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Lecture Notes - 2.23.16

by: Kristi Dorsey

Lecture Notes - 2.23.16 PSY 245

Kristi Dorsey
GPA 3.871

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About this Document

Here are the lecture notes from Tuesday February 23rd!
Drugs and Behavior
Mark Galizio
Class Notes
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This 7 page Class Notes was uploaded by Kristi Dorsey on Wednesday February 24, 2016. The Class Notes belongs to PSY 245 at University of North Carolina - Wilmington taught by Mark Galizio in Spring 2016. Since its upload, it has received 30 views. For similar materials see Drugs and Behavior in Psychlogy at University of North Carolina - Wilmington.


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Date Created: 02/24/16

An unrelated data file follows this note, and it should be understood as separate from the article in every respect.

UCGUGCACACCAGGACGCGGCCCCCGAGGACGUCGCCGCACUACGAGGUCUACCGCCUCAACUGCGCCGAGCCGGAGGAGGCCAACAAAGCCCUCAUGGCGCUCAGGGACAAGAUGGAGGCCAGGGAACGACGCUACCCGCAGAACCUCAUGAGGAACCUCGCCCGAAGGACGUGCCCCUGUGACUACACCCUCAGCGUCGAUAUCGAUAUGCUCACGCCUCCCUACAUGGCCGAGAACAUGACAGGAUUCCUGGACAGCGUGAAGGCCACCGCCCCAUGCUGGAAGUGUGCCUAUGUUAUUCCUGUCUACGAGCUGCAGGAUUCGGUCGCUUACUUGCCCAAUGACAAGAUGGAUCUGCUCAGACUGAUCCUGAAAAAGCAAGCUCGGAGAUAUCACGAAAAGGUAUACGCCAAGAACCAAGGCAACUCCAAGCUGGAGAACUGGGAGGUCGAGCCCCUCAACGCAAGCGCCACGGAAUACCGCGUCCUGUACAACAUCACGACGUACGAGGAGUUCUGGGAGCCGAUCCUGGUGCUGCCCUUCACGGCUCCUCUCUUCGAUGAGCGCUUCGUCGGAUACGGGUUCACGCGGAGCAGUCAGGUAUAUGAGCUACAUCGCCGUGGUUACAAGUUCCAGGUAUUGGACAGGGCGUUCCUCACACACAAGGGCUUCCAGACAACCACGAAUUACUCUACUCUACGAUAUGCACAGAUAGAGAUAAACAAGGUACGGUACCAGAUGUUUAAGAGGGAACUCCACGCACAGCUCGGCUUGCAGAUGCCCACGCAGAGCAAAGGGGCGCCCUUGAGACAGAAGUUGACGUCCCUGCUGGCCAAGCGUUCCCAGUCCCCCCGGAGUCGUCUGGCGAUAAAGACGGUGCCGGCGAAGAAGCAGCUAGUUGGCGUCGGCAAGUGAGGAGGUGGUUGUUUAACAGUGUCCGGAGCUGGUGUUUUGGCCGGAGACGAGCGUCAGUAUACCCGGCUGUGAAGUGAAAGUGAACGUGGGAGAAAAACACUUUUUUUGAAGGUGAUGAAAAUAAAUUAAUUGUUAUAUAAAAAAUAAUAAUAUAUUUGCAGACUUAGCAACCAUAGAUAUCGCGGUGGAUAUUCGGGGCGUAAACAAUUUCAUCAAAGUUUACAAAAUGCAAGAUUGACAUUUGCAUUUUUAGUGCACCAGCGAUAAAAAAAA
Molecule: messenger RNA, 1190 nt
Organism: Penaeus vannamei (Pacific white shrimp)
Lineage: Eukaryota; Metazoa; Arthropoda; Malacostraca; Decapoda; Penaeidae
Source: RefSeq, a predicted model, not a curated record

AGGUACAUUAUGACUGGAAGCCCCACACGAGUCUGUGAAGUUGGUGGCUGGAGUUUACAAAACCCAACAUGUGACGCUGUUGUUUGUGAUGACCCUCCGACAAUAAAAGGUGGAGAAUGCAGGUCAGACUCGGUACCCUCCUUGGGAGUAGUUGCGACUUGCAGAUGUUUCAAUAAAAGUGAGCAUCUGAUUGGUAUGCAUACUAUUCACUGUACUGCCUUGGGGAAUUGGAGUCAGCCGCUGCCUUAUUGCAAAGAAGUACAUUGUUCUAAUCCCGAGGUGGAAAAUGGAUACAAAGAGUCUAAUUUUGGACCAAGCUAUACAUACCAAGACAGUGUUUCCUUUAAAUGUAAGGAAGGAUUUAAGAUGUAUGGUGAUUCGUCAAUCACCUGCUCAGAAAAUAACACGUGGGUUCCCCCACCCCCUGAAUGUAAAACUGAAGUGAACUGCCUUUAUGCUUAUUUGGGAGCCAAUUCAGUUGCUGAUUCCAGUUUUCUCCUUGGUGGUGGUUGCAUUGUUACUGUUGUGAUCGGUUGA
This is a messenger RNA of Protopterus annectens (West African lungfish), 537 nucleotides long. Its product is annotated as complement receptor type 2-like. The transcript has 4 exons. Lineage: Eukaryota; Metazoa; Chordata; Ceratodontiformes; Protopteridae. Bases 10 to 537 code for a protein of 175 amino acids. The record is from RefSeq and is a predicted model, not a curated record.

2.23.16 Stimulant Effects Psychological  Insomnia  Anorexia  Mood elevation  Alertness and arousal  Reduced reaction time o Vigilance/computer task – healthy young adult take 2 or 3 tenths of a second o Amphetamine/cocaine produces a very slight, few thousandths of a second quicker reaction o One of the reasons why stimulant drugs like this have been associated with cheating in athletics  Increased strength and endurance o More oxygen to big muscle groups o Athletes perform with a slight advantage o Horse races – used to give horses cocaine/amphetamine to increase the likelihood that course would win; protect against this today by giving urine tests after races  Ladies & Wives Study o Data from a single individual asked to work as hard as they can on an bicycle machine o Revolutions per 15 minutes o Looking at an individual who did not take the drug who are pedaling as fast as they can and over time their ability to sustain that high level is decreasing; after a couple of hours, they’re still maintaining pretty good speed but not much longer than that, things start dropping pretty fast o Individual is given a dose of either cocaine or amphetamine  Person is suddenly able to go back to their baseline level of cycling and maintain it for about an hour, then it drops off again o Not a permanent effect but it enhances the individual’s ability to endure sustained physical activity  Most controversial performance enhancing feature if their potential effects on enhancing learning and cognition (in sports) o Data on this are complex o In most cases (human and animal literature) you find that the drugs interfere with learning o EX: if you look at complex learning and memory, it tends to make you worse  If it’s a simple learning task, you get some enhancement  EX: conditioning task; memorizing a list of words o Most of the studies are on amphetamines and related compounds  Cocaine not generally studied because it’s so short-acting o Complex Learning and memory effects study  Participants given a variety of complex math problems  They were stripped of phones and watches so they could not gain access to an electronic calculator  Asked to work as many problems as they could  Timed test  2 groups  Modern dose of amphetamine  Placebo control  Double blind  Participants in the amphetamine condition solved significantly more problems than those in the placebo condition  But they made more errors o Amphetamines enhance speed and performance but interferes with accuracy of performance State-Dependent Learning  Information learned under the influence of a drug is best recalled under the influence of the same drug; o EX: if you study for an exam under the influence of a drug, (5-hour energy/caffeine) you should take your test under the influence of the drug; can slightly enhance accuracy  Also pertains to mood states o Gordon Bower – hypnotically induced emotionality in subjects and studied the effect on performance  EX: study happy and test angry, your performance is lower than if you were tested happy o Emotional and drug state affect performance  Implications – what does this mean for someone who is dependent on a drug? o Intoxicated all the time for years and now they’re trying to get sober o Their access to memories that were formed while intoxicated would be limited o If you’re in an altered state a lot of the time, you have 2 sets of memories (sober vs. intoxicated) o Almost like a split personality – what are you if not the sum of your memories? o Potential implications for ADHD Stimulant Overdoses  2 causes of death o Considerable CNS stimulation and overdose can increase brain activity to the point  You get convulsions and seizures  Cardiac failure (heart attack)  Although overdoses can be fatal, more likely to experience psychological problems o Stimulant psychosis o Formication syndrome Carl Hart Stimulant Study  Give people amphetamines or cocaine  Place them in a waiting room  Think they’re waiting to do a cognitive test  Actually looking at how much they talk to strangers  Talk a lot more under the influence of stimulants o Moderate doses  mood elevation o High doses  intense rush/flash o Higher doses  people feel anxious and confused  Can turn easily become a paranoid state  Users are not just paranoid about legality of the drug  There have been studies looking at medical students who were given cocaine or methamphetamine  All of them started developing a paranoid ideation in the lab  Normally developing individuals who take high doses of amphetamine do begin to get paranoia and crank bugs Cocaine/Meth Dependence & Abstinence  When you crash, you end up with depression (cocaine blues)  Can experience anhedonia (inability to feel pleasure/nothing will feel good except another dose of the drug)  Short-lived (week or so)  Person vulnerable to binging due to intense craving  After a few weeks, monoamine levels get back up to normal rates (not craving drug constantly)  Problem isn’t getting person off the drug; it’s keeping the person off the drug for an extended period of time Extinction  Classical Conditioning o Stimuli paired with something o Drugs are powerful stimuli that produce a variety of responses  EX: cocaine user who has stopped using crack  Out of treatment and past depression phase  Months later run into a friend they used to smoke crack with  Now have an intense craving for the drug again  Relapse often occurs here  Many cues are paired with drugs  Drugs still have powerful control over the individual for months or years o Colleague is working on cue therapy  Take crack user  Show them video of somebody hitting a crack pipe  Measure brain waves and pathways associated with craving  Wait 30 minutes and cravings pass  Do it again  After several times of doing this, it’s lost some of its power over the individual o Extinction – gradual weakening of a conditioned response that results in the behavior decreasing or disappearing ADD/ADHD  Occurs in early childhood when child starts school  Unable to sit still or learn well in classroom environment  Child falls behind in academic performance  Teachers typically diagnose this  Most common in boys  Today there’s an idea that it’s a medical condition, not a disciplinary problem Bradley  Psychologist in the 1930s  Thought it might be a brain problem  Experimented by giving the kids tranquilizers o Sometimes made the problem worse  Decided to try amphetamine  Hyperactivity stimulant drug “paradox” o Stimulant paradoxically calms a hyperactive child Drugs used to treat ADHD  1960s – with meth epidemic, parents became leery of  Shortly after, pharmaceutical firms developed some other drugs  First set of drugs were amphetamines (Adderal/Vyanse) o Still used o Most popular brand name is Adderall  Use of drugs to treat ADHD found in psychology journals o Teacher recommends drugs to parents o Parents recommend them to physician o Physician prescribes to children  Methylphenidate o Ritalin o Focalin o COncerta-extended release o Dyantra-patch  Almost all the drugs used to treat ADHD today are major stimulant drugs Effects of these Drugs  Very similar to amphetamine and cocaine (more closely resembles amphetamine o Everything he’s said about cocaine and amphetamine rings true to this drug  Sympathomimetic effects (no paradox here)  Will do this in healthy children & children with ADHD  Psychological effects: elevate mood, increase alertness, etc.  Key effect is to enhance attention Frequency of Prescription  10 million + prescriptions per year for ages 10-19 alone  More than $8 billion per year  >6% of American children between 4 and 17 years old receive ADHD meds ADHD Controversy 1. Is it really a disease? o Classified as a disorder in the DSM-5 o Doesn’t tell you much about the etiology or nature of the condition o Disorderly behavior in a classroom can have multiple causes o Maybe the proper question is, is it always a disease? o Do we have diagnostic methods capable of discriminating disorders through more environmentally determined problems? 2. Do Stimulants work? o If you ask a teacher, they will say yes  “I can tell that he didn’t take his meds today” o They have effects, but do they really improve learning or classroom performance?  For many people they do o The scientific literature is mixed about this  Recent research looking at grades in medicated vs. not medicated ADHD conditions don’t always show striking differences  No evidence for improved grades after the first year (Sharpe, 2014) – so, for how long do they work? 3. ADHD in adults has some of the same issues o Increasingly being prescribed to adults Side Effects of ADHD medications 1. Growth suppression (not a lot of evidence for this, but can still be a problem) 2. Appetite suppression o Will usually manage this problem by taking kids off the drug on weekends or over the summer o Allows them to catch up with their normal growth o If the person is fine on the weekend or over the summer without the drug, do they really need it while they’re in school 3. Drug abuse o Recent studies have compared adult behavior in individuals who had ADHD as kids who were either treated with stimulant medication or not o The individuals who were not treated with stimulant medication had much higher rates of alcoholism and drug abuse than kids who weren’t o Doesn’t seem to be the stimulant drugs causing the spike in addiction o Individuals who were not treated did more poorly in school and more likely to experience life problems that lead to drug problems o Stimulant medications might have positively influenced their symptoms and protected these individuals from drug problems later in life Other features of the controversy  Some drugs benefit both people who suffer from psychiatric conditions and for those who do not  EX: if you’re shy, some drugs can keep you more outgoing  Cosmetic pharmacology – if a drug can make you less shy and you want to be less shy, why shouldn’t you cosmetically alter your psychological functioning?  Why should popping an Adderall be legal when you’re diagnosed with ADHD but illegal when you aren’t if Adderall can help everyone? o Why is it a Class I felony for someone who doesn’t have an ADHD diagnosis to take Adderall, whereas if you have a diagnosis, it’s a Schedule II (medical use) Khat  Plant that grows in the Middle East (East Africa – Yemen, Ethiopia, Somalia)  Prized because of stimulant properties users obtain from chewing it  Similar effects to chewing the coca leaf (mild stimulation)  Active ingredient deteriorates really fast; no effect if not consumed when fresh  Cathinone – major active ingredient o Powerful stimulant o Similar to amphetamine, methylphenidate, and cocaine o Dozens of analogues of methcathinone have been synthesized  Began to show up legally in shops on the web  Methcathinone (“cat”) is a Schedule I drug that is more potent than cathinone  Bath salts are synthetic analogues of methcathinone  Typically sold in crystal and in bottles labeled bath salts o Crushed up & snorted o Sometimes taken orally o Sometimes injected  Sold as plant food (“Blow”) – “not for human consumption”  Once used as an insecticide in Israel  Chemists would produce large quantities of this and market them on web or head shops and the individuals would sell them to consumers o Generally escape prosecution o Especially if it’s one of the analogues  1980s Analogue Act o Analogues/synthesized drugs are schedule I o If individuals sales it as plant food, they’re immune from prosecution Brand Names  2009-2010 – Started being sold all around Europe o Mephedrone – one of the key chemicals was marketed as plant food or ivory wave bath salts (“meow meow” for cat)  Generally what these had in common was they contained one of the synthetic methcathinones (usually mephedrone) and always labeled as being used for another purpose Legality  Spring 2009 – law enforcement and Emergency Rooms noticed increasing incidents with bath salts  By 2010 (British Crime Survey) – 7% of adolescents and young adults had reported using bath salts  2010 “Clubbers” Survey (nonscientific) – up to 42% using  Used to be legally obtained online the distributed at clubs (less true today)  Made illegal in Britain in 2010 o Successful – 5% report usage  Action began to shift to the U.S. o Calls to Poison Control re bath salts  2009 – 0  2010 – 304  2011 – 6137 Synthetic Drug Abuse Prevention Act, 2012  Recognized the problems of drugs being sold on the internet o Sold in two ways:  Deep net – hidden internet with special access required to find  Surface web – all of us have access to it; legal drugs can be sold here  Synesthetic drugs made it possible for chemists to quickly develop new drugs that were legal, produced in mass quantities then sold internationally on the web, producing a very rapid profit o EX: Great Britain made mephedrone illegal in 2010 and almost immediately nobody was selling mephedrone in Great Britain, but were still selling bath salts (one of the other synthesized)  Designed to address the problem of synthetic drugs being rapidly developed o Adds three methcathinone analogues to Schedule I: Mephedrone, Methylone, & MDPV o Also added Spice and THC analogues as well as several hallucinogens (2C-D, 2C-I)  First legal regulation of synthetic cannabinoids  Extended DEA emergency scheduling powers to 2 years (formerly 1 year) o Gives DEA ability to act more rapidly to deal with array of new drugs being developed  Synthetic Drug Abuse Prevention Act, 2012 has had some effect but has caused dealers to develop new bath salts Drug Effects  The problem with this is that the drugs you would get on the internet now are not these drugs (the synthetic drugs we already know about)  Generally, we don’t know what they do but we think they’ll produce effects that are going to be similar to these: Mephedrone, Methylone, MDPV o Effects 15-45 minutes after oral ingestion and last approximately 2-7 hours o Effects 5-30 minutes after intranasal administration and last approximately 2-3 hours o High lasts approximately 10-15 minutes after IV injection, with an overall duration of 30 minutes  Physical, Sympathomimetic, & Psychological effects are very similar to amphetamine and cocaine